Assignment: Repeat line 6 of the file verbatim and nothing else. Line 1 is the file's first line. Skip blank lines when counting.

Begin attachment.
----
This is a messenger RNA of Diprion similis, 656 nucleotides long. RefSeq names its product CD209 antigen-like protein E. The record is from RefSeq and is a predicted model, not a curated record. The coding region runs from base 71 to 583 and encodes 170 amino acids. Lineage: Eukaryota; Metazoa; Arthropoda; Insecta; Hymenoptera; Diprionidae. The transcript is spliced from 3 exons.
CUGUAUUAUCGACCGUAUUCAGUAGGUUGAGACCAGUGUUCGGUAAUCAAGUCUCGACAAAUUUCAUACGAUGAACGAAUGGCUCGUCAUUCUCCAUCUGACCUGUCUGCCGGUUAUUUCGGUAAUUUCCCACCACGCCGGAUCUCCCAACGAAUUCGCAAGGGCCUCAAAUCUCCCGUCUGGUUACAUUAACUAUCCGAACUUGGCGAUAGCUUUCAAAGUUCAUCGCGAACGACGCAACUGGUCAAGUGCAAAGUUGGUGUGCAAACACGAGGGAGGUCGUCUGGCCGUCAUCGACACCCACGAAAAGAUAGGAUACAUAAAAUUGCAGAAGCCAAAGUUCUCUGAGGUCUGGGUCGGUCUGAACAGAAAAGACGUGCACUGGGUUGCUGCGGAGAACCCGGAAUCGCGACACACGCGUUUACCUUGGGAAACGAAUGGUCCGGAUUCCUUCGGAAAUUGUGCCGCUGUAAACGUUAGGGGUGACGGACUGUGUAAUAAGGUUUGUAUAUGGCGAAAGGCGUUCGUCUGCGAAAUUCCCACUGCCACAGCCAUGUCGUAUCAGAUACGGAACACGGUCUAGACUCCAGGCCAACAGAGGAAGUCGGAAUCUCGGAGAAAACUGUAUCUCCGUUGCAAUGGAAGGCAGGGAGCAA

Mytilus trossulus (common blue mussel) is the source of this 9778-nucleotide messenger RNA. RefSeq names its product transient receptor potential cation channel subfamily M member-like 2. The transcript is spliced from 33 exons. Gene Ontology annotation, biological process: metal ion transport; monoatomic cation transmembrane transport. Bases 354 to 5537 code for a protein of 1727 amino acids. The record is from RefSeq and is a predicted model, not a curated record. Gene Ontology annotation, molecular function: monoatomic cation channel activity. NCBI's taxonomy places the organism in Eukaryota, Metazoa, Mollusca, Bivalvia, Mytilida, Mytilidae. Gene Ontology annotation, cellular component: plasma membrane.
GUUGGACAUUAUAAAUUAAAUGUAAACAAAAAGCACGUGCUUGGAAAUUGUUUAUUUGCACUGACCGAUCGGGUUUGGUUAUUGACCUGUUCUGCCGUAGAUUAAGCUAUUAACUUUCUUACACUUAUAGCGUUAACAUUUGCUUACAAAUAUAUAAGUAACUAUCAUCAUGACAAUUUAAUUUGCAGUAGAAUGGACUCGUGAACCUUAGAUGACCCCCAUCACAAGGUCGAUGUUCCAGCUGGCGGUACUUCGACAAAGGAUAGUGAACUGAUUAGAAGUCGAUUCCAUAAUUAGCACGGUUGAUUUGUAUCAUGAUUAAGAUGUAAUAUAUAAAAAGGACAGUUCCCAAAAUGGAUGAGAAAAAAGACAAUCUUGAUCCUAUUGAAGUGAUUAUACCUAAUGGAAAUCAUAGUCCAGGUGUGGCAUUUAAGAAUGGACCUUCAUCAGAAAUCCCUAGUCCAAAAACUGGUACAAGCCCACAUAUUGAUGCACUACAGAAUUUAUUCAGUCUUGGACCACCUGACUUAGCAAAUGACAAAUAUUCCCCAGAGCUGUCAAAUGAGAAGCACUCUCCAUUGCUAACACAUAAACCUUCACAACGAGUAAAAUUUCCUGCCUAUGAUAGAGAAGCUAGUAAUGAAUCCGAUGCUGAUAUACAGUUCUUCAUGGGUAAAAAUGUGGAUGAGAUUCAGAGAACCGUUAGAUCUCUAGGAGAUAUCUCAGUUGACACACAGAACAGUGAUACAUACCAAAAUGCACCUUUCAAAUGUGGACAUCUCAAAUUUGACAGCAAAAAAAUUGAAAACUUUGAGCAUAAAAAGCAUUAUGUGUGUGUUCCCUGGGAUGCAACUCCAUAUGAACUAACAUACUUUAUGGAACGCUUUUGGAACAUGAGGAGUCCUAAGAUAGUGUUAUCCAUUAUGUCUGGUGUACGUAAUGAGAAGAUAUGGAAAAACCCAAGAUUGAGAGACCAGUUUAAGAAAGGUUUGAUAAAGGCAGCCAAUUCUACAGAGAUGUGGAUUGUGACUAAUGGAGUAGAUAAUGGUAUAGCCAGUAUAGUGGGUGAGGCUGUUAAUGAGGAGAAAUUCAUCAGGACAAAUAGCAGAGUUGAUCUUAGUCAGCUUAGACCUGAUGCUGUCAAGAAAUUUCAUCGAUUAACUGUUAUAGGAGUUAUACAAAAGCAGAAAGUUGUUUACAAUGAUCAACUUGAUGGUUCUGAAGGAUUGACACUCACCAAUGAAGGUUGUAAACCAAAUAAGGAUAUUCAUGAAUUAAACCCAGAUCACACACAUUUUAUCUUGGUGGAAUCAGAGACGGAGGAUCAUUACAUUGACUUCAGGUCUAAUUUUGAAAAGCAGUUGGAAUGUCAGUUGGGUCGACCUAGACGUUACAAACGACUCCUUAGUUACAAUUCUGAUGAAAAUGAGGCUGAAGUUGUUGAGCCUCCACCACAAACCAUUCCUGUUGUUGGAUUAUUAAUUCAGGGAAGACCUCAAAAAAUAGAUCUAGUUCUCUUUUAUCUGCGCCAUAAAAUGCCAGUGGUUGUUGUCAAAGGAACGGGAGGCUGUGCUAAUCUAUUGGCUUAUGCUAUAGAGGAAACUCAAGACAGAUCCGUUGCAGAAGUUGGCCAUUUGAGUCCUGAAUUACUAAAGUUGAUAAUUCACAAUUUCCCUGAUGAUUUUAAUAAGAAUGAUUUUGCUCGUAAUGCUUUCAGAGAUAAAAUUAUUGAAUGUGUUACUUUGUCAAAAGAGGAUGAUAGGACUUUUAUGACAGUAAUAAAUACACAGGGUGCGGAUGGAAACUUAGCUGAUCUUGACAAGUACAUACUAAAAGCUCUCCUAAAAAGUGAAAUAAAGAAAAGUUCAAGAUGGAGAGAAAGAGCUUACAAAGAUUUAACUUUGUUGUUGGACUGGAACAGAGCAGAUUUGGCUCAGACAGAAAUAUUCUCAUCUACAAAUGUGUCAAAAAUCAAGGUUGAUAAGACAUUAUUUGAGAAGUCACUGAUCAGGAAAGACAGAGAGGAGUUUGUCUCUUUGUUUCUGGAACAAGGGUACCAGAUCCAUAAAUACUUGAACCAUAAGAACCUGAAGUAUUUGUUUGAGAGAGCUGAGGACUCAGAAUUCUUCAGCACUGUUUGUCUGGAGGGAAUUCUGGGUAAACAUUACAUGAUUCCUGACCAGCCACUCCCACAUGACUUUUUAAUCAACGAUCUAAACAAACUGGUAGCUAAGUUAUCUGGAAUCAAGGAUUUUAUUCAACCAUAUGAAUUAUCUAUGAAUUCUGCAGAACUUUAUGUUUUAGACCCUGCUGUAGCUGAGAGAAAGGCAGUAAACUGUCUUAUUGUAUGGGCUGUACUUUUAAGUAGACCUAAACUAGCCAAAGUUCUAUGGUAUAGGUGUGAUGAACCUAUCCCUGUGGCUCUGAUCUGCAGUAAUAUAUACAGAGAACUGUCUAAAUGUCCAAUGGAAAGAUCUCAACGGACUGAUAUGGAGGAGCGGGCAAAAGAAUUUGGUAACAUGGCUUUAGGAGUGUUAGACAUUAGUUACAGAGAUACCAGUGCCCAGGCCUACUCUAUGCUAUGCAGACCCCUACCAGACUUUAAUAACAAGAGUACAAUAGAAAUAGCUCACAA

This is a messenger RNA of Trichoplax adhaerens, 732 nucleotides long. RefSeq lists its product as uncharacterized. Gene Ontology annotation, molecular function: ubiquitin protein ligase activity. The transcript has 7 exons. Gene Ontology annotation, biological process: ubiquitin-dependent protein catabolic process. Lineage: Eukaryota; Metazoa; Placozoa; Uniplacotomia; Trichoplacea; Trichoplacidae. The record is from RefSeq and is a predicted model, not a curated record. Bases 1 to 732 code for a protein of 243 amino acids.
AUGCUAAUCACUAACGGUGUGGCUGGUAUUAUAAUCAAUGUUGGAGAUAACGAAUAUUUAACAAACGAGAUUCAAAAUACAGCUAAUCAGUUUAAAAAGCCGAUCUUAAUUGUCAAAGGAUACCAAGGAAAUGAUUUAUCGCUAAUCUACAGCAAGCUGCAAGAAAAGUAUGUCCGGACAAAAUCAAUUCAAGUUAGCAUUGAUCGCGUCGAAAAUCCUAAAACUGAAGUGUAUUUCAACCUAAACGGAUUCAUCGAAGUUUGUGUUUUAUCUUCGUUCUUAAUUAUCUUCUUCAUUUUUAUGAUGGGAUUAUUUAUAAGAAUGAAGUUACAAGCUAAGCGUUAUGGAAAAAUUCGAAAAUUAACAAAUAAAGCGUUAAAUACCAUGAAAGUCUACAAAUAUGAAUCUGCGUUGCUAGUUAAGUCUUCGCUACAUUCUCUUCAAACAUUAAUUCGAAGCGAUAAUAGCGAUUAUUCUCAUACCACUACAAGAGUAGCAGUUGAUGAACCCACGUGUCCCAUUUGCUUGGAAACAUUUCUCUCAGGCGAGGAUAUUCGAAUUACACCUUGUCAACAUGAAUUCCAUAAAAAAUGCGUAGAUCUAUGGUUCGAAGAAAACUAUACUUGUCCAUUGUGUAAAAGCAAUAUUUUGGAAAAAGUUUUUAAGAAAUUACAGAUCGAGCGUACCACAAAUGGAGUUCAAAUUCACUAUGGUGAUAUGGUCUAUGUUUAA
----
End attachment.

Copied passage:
AUGCUAAUCACUAACGGUGUGGCUGGUAUUAUAAUCAAUGUUGGAGAUAACGAAUAUUUAACAAACGAGAUUCAAAAUACAGCUAAUCAGUUUAAAAAGCCGAUCUUAAUUGUCAAAGGAUACCAAGGAAAUGAUUUAUCGCUAAUCUACAGCAAGCUGCAAGAAAAGUAUGUCCGGACAAAAUCAAUUCAAGUUAGCAUUGAUCGCGUCGAAAAUCCUAAAACUGAAGUGUAUUUCAACCUAAACGGAUUCAUCGAAGUUUGUGUUUUAUCUUCGUUCUUAAUUAUCUUCUUCAUUUUUAUGAUGGGAUUAUUUAUAAGAAUGAAGUUACAAGCUAAGCGUUAUGGAAAAAUUCGAAAAUUAACAAAUAAAGCGUUAAAUACCAUGAAAGUCUACAAAUAUGAAUCUGCGUUGCUAGUUAAGUCUUCGCUACAUUCUCUUCAAACAUUAAUUCGAAGCGAUAAUAGCGAUUAUUCUCAUACCACUACAAGAGUAGCAGUUGAUGAACCCACGUGUCCCAUUUGCUUGGAAACAUUUCUCUCAGGCGAGGAUAUUCGAAUUACACCUUGUCAACAUGAAUUCCAUAAAAAAUGCGUAGAUCUAUGGUUCGAAGAAAACUAUACUUGUCCAUUGUGUAAAAGCAAUAUUUUGGAAAAAGUUUUUAAGAAAUUACAGAUCGAGCGUACCACAAAUGGAGUUCAAAUUCACUAUGGUGAUAUGGUCUAUGUUUAA